Yesterday, the above-listed coalition of strange bedfellows issued an open letter urging Holder to promulgate the standards sooner rather than later. In fairness, it’s not that Holder has completely ignored the issue: rather, he says his office needs more time to assess the implementation costs to prisons and jails (as required by the PREA itself), and to ensure that the regulations promulgated “will endure” (PDF link to Holder’s letter). But many advocates view the delay as indefensible foot-dragging in the face of widespread violations of prisoners’ human rights. In any event, this controversy sparked my interest in the broader question of statutory deadlines of this type. What exactly were the terms of the Attorney General’s deadline, and what, if any, are the consequences for Holder’s failing to meet it? If there are no consequences, what was the point of Congress’s legislating the deadline to begin with? I’ll (sketchily) consider these questions after the jump. Read the rest of this entry »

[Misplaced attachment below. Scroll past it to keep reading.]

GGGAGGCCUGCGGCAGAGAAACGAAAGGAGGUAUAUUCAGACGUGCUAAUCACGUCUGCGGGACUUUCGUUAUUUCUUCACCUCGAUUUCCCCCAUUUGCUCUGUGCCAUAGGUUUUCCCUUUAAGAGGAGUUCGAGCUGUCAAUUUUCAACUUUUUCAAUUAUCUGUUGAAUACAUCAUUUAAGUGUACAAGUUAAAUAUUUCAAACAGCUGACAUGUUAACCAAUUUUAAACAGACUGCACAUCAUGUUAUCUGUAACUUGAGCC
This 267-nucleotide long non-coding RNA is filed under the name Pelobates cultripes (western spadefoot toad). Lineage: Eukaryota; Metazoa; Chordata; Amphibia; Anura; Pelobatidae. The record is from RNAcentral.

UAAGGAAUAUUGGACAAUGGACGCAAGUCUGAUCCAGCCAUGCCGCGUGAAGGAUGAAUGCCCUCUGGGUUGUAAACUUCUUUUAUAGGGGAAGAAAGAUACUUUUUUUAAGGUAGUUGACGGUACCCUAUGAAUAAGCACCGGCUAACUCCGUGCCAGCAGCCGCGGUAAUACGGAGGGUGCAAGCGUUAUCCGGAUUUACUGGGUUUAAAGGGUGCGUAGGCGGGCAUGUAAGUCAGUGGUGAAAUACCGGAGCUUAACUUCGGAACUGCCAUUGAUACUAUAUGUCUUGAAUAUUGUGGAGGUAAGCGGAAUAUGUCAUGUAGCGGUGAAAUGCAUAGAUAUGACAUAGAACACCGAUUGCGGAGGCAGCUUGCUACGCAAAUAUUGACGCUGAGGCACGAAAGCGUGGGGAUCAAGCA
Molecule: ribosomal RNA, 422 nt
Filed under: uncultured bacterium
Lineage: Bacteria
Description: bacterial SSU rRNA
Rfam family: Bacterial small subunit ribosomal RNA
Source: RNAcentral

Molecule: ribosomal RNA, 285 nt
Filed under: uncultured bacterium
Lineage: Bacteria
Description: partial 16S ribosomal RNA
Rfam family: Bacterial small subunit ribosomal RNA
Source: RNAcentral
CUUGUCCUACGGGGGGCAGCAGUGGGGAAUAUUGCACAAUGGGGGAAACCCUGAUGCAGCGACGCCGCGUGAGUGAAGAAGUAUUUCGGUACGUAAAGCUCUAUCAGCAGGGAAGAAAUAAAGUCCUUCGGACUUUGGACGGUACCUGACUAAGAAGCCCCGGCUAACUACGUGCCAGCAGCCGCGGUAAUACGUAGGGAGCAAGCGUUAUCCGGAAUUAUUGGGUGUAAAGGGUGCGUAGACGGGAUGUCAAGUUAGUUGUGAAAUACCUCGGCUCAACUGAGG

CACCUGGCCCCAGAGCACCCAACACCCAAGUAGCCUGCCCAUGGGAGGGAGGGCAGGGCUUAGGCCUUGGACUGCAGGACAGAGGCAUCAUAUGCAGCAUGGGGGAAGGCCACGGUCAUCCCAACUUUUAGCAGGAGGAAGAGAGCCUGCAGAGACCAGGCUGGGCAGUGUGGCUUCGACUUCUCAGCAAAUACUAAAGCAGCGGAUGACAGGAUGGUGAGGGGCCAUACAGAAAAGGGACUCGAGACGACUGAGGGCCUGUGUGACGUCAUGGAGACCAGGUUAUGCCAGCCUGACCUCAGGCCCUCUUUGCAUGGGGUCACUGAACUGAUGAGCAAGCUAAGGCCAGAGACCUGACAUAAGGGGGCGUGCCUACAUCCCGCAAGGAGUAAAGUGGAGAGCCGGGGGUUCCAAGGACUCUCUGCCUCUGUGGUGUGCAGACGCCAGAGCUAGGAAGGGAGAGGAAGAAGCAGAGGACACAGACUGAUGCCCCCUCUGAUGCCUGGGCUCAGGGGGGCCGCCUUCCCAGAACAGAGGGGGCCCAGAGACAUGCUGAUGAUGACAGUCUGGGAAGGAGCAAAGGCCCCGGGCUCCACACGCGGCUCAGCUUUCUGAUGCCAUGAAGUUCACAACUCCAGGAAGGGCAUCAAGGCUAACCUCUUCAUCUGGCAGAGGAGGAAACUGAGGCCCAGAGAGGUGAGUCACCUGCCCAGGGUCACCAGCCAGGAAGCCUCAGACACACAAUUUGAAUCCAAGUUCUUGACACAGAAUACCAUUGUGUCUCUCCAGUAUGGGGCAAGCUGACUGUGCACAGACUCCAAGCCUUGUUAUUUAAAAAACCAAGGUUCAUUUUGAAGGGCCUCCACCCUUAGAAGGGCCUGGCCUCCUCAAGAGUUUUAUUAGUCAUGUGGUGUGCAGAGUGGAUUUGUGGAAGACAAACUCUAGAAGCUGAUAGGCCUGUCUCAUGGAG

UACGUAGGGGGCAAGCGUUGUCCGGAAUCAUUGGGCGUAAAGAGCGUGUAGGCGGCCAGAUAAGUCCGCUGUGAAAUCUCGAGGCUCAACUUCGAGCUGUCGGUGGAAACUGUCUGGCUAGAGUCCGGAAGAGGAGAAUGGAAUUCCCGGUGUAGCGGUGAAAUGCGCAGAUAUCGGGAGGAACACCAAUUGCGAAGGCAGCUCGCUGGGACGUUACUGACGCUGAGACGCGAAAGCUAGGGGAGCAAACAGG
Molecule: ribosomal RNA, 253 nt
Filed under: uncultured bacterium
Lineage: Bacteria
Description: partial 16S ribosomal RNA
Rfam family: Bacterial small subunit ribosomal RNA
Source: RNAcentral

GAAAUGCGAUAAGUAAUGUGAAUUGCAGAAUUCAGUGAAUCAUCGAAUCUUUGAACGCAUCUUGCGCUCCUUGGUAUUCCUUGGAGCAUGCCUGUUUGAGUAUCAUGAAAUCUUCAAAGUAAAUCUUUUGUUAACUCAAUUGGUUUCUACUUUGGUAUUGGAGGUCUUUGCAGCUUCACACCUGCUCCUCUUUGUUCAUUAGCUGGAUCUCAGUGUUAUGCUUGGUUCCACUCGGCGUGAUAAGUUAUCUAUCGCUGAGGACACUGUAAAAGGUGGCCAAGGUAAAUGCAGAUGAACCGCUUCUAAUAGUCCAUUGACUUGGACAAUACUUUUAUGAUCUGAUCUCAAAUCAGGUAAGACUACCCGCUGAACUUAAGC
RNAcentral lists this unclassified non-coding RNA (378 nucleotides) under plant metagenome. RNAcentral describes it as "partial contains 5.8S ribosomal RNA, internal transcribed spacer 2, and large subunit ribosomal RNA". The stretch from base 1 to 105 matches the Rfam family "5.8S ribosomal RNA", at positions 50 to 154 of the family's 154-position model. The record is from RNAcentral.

States that Don’t Fix Prison-based Gerrymandering May Face Lawsuits

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If you want political power, you should move to City Council Ward 2 in Anamosa, Iowa. There, you’ll only have to share your City Council representative with 57 other constituents! In any of Anamosa’s other three wards, you’d have to share your representative with about 1,370 other constituents. How is this possible? Through the magic of prison-based gerrymandering. Anamosa’s Ward 2 contains a state penitentiary home to about 1,320 inmates, who get factored into the population count for the purpose of City Council districting even though they can’t vote, and are unlikely even to be from Anamosa.